I have really bad nightmares. Is there anything I can do to get them to stop?
Almost everyone has nightmares from time to time, but certain things can contribute to persistent bad dreams.
For some people, certain medicines, alcohol, drugs, lack of sleep, fever, or anxiety sometimes cause nightmares. Often, though, nightmares seem to be triggered by emotional issues at home or school, major life changes such as a move, traumatic experiences, and stress from the pressures of sports or academics — although what happens in the nightmares themselves may seem unrelated to your life.
Try to eliminate bad dreams by establishing a regular sleep schedule that includes enough sleep at night so you don't feel the urge to take afternoon or evening naps. Cutting out caffeine, alcohol, and cigarettes (especially late in the day) can also help. Avoid eating close to bedtime since those late snacks can result in nightmares. Exercising during the day is a good way to nix nightmares, but don't work out right before going to bed! Relaxing before falling asleep is key to a good night's rest. Avoiding violent or scary movies, television shows, and video games can be helpful.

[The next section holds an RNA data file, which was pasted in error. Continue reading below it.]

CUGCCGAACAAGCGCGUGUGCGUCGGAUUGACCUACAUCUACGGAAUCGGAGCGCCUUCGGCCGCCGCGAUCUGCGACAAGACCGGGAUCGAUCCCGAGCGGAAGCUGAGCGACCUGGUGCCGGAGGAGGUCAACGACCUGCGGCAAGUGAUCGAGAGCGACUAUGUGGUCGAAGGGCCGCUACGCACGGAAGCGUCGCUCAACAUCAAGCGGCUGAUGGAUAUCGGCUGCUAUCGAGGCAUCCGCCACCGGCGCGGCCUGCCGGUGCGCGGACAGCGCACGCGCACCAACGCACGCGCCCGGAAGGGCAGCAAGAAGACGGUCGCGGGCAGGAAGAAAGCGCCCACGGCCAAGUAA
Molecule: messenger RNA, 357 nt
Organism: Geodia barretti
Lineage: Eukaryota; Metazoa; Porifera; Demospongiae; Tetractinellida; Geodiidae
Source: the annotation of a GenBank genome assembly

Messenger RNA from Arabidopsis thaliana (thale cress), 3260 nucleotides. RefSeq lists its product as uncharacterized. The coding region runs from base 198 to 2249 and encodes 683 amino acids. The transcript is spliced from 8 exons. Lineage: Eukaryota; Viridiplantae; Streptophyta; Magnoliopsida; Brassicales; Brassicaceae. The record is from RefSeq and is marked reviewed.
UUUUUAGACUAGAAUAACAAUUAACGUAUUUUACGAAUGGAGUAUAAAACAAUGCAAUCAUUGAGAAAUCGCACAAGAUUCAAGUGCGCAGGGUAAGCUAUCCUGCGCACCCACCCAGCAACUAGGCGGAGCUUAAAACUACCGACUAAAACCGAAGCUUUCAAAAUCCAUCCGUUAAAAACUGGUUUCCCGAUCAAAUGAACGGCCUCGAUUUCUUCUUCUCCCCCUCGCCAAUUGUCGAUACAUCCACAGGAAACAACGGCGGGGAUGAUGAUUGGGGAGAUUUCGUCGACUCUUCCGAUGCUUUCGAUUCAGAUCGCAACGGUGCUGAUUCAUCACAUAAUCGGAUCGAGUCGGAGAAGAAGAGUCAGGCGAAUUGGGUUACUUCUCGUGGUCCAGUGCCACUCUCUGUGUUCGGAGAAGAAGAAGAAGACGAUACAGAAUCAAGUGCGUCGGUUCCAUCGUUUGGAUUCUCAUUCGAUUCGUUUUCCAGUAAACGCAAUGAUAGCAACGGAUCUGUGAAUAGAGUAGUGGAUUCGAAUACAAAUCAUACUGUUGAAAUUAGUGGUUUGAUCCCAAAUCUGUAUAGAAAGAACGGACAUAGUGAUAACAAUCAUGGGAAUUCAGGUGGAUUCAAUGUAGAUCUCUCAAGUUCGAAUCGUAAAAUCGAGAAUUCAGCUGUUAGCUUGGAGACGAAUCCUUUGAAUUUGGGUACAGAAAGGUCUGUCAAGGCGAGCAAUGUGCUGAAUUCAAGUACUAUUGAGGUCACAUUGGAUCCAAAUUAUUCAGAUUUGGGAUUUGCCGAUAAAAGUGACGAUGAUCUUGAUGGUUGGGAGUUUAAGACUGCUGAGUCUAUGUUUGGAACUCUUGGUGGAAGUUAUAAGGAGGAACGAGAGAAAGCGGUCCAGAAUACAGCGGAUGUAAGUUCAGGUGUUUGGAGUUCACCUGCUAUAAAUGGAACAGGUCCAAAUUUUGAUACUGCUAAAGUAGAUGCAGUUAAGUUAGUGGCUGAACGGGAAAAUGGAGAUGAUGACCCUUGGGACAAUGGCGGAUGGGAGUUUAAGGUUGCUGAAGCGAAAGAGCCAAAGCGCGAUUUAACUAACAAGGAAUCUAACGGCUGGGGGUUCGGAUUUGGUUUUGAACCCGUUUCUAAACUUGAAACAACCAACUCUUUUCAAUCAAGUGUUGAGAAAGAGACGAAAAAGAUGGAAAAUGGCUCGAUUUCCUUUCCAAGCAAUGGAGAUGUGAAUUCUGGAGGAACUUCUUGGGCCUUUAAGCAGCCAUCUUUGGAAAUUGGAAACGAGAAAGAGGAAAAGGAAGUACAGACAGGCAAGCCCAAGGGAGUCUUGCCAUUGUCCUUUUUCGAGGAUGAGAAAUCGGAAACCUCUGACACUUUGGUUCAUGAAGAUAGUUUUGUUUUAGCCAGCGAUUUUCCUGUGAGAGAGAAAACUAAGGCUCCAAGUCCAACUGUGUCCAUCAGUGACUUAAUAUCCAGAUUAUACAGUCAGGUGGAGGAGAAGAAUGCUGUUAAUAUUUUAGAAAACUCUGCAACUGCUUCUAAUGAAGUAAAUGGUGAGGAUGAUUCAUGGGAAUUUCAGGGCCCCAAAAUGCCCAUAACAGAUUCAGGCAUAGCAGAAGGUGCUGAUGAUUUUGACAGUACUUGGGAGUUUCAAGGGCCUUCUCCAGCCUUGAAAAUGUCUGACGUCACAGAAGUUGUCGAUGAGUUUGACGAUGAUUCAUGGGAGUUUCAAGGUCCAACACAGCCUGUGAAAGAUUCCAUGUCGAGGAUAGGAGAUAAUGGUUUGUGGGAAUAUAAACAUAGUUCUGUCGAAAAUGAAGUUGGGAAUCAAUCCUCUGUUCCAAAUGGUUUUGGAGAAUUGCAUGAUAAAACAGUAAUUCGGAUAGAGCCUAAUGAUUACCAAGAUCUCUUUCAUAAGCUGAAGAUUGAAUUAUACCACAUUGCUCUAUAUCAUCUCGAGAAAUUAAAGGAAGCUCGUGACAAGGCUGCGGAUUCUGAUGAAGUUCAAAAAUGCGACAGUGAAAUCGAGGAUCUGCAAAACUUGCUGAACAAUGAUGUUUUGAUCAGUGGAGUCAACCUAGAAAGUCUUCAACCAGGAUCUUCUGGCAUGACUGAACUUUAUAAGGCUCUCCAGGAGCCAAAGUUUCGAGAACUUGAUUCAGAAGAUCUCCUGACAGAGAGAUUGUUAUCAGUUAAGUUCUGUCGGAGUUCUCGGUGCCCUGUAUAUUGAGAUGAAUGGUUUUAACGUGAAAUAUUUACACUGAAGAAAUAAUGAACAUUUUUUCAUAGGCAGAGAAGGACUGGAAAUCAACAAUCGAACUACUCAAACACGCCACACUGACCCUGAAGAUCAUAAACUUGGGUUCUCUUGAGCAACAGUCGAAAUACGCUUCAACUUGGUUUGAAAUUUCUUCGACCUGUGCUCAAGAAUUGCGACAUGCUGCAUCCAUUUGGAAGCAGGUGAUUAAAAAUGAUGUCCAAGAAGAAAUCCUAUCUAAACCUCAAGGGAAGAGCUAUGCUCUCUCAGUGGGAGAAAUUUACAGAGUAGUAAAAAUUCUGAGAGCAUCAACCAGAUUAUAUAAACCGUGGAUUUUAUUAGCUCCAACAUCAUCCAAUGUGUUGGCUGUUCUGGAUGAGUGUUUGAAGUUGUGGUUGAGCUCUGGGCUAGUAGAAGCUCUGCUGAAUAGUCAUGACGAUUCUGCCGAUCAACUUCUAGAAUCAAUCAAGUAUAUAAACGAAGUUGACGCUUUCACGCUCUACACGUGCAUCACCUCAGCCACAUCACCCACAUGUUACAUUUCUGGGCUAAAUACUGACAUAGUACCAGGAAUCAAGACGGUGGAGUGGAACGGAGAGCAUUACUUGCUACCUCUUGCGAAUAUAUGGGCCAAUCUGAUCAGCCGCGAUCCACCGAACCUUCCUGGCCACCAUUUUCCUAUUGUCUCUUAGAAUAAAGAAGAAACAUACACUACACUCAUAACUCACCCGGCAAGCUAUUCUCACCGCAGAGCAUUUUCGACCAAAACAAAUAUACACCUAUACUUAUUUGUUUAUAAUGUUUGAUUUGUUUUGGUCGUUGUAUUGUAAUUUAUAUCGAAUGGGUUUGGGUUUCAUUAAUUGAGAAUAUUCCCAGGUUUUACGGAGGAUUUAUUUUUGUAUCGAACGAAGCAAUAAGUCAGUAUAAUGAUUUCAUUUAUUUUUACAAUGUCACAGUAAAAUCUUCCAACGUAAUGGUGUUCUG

In rare cases, an underlying medical or dental problem may cause sleep disturbances — and for that, an evaluation by your doctor or dentist is the way to go.
If something is really bothering you, if you're anxious or fearful, or if you continue to have bad nightmares, look into seeing a counselor or a psychologist. Getting to the root of an emotional problem could solve the nightmare problem.
Reviewed by: Larissa Hirsch, MD
Date reviewed: January 2010
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